The director hangs a light on the film’s message (just in case you weren’t paying attention, it’s in the scene where Barnum is talking to the theater critic for the last time), and although the overall film lacks any sense of subtlety or nuance, there are other secondary messages throughout that aren’t as naked to the eye. For instance, when Barnum bluffed his way into a bank loan with ill-gotten collateral, he showed us that even historical game-changers had to fake it before they made it. And when Barnum initially opened his museum of oddities sans live performers, he was open-minded enough to listen to his family when they suggested he try something new if he wanted to attract a larger crowd. Therein lies a lesson where not every business idea starts as a gem, but with some fine-tuning and humility to accept feedback, that idea can grow into something far more phenomenal than you could’ve imagined.
The messaging is not subtle, but the character development is so subtle it’s almost nonexistent. Despite one of the film’s strengths being its lack of fear in showing Barnum as a flawed man, Jackman is so darn likable in the role that his faults come across as perhaps endearing foibles that demand patience and understanding, not contempt. When his songbird project Jenny Lind (played by Rebecca Ferguson) takes him away from his home, family and primary showbiz venture much to the chagrin of his wife, kids and co-workers, the audience feels no real frustration with Barnum. Even when its clear that Ms. Lind has heart-eyes for Barnum, but he doesn’t share her feelings, his cluelessness feels more like an unfortunate miscommunication on the part of a man incapable of malice rather than a man so blinded by his ambition that his neglect for others’ feelings has made him deserving of his momentary downfall.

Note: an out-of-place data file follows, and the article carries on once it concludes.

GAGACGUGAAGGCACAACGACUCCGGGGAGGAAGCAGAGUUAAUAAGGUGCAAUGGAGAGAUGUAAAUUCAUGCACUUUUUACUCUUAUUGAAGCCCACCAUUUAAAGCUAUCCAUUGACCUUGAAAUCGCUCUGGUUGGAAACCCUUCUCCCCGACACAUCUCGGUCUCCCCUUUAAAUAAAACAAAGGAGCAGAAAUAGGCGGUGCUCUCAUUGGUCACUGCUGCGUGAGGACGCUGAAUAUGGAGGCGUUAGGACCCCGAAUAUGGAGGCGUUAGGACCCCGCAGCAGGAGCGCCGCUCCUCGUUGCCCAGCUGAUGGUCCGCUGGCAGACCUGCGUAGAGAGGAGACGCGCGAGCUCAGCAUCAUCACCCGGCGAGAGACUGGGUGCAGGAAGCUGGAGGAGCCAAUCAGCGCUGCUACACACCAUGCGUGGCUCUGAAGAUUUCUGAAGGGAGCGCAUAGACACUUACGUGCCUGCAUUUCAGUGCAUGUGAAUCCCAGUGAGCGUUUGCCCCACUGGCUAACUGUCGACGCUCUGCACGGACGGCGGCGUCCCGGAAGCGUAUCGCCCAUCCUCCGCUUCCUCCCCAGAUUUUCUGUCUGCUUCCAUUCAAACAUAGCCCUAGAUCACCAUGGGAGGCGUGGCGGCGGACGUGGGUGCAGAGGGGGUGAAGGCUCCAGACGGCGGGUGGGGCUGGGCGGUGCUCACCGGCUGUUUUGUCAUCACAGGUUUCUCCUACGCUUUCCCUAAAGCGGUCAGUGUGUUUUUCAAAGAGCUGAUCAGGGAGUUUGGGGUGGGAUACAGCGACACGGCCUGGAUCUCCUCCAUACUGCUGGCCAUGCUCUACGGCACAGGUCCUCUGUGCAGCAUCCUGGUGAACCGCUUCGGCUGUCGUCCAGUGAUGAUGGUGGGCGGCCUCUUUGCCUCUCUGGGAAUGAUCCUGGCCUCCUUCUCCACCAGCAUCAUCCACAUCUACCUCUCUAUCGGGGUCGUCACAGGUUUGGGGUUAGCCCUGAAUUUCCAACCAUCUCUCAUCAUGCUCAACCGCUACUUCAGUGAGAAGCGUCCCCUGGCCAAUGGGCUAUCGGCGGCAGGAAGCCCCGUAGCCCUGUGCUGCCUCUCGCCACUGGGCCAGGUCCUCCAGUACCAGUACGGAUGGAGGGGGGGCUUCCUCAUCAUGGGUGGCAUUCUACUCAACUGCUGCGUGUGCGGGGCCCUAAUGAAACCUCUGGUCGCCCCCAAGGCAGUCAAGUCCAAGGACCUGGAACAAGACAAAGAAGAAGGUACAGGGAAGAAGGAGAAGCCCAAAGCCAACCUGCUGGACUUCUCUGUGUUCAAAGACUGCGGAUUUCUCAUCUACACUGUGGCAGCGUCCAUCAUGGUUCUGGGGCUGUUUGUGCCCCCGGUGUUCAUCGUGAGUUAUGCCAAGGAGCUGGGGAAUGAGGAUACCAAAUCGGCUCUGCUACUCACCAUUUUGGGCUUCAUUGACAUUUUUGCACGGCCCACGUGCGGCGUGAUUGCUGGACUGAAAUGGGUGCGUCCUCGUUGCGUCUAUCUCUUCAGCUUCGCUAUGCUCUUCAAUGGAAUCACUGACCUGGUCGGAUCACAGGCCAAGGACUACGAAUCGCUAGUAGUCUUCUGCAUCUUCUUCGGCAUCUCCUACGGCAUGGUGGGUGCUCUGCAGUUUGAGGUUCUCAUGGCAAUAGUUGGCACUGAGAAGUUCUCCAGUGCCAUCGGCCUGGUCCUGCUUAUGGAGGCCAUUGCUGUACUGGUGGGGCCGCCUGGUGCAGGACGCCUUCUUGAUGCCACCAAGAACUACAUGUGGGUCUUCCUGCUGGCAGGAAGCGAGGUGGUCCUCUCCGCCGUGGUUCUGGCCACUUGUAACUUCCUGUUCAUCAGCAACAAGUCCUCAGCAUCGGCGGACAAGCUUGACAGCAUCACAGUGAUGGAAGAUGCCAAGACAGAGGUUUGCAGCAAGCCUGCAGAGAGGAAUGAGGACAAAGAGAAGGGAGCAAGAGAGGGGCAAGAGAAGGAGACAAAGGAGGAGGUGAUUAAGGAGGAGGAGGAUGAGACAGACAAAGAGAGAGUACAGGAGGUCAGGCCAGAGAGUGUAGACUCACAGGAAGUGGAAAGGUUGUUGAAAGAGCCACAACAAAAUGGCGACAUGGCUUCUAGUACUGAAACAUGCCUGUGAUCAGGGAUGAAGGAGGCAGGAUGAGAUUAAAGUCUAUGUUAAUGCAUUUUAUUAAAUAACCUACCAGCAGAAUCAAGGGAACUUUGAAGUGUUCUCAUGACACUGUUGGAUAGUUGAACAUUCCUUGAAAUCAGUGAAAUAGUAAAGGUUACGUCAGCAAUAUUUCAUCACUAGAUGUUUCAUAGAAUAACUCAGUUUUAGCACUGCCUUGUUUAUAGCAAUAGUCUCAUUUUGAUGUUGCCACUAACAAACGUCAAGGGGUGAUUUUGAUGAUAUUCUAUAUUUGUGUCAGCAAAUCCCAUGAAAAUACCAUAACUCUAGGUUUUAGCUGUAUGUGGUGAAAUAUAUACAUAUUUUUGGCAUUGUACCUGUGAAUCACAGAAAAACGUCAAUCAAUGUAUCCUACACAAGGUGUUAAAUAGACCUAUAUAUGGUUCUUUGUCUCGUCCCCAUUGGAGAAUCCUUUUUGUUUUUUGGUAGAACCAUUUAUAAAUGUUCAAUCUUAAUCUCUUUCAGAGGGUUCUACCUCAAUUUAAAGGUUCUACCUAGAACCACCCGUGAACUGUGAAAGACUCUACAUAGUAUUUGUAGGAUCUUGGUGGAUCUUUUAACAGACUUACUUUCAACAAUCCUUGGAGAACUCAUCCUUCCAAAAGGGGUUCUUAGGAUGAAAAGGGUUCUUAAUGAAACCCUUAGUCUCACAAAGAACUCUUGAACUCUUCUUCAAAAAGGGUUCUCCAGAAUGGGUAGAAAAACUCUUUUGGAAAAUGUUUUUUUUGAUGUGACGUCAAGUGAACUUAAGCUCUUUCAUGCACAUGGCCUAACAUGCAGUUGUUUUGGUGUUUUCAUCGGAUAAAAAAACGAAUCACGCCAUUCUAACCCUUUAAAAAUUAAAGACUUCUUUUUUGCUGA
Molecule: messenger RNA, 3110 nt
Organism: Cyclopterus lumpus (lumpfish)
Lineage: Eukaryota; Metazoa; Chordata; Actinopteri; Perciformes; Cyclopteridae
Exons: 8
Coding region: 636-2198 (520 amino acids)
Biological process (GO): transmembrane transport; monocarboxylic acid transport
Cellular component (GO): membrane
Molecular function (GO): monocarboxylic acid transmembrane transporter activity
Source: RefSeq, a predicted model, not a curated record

Again, The Greatest Showman is an enjoyable film. Flawed on multiple levels, but not enough to stop you from singing along to the earworm that will live on in your head for a week after you leave the theater. The actors’ performances are the result of everyone trying their best, but suffer from the exposure that not everyone’s best is equal — especially if you’re a Hollywood star. This original story is much appreciated in an era where remakes, reboots and sequels are the bread and butter of the industry. But the attempt to meld secular pop styles of the 21st century with the historical period of the film is not seamless and, at times, jarring.
As a musical theater fan and lover of movie musicals of all eras, I wanted The Greatest Showman to work. My personal bias hoped the movie would be the code breaker that led to more original musicals in the future. Unfortunately, this is not the code breaker we’ve been looking for. It’s possible to enjoy a film despite of its flaws, and in the case of this one, it’s your only option.
Candace Nicholson is a freelance writer, editor and blogger covering arts & culture, small business and community. When she’s not pitching magazines, editing creative genius or penning blog posts, she’s a regular contributor to LAFRA’s Widows, Orphans & Disabled Firemen’s Fund. Visit her blog at www.incandescere.com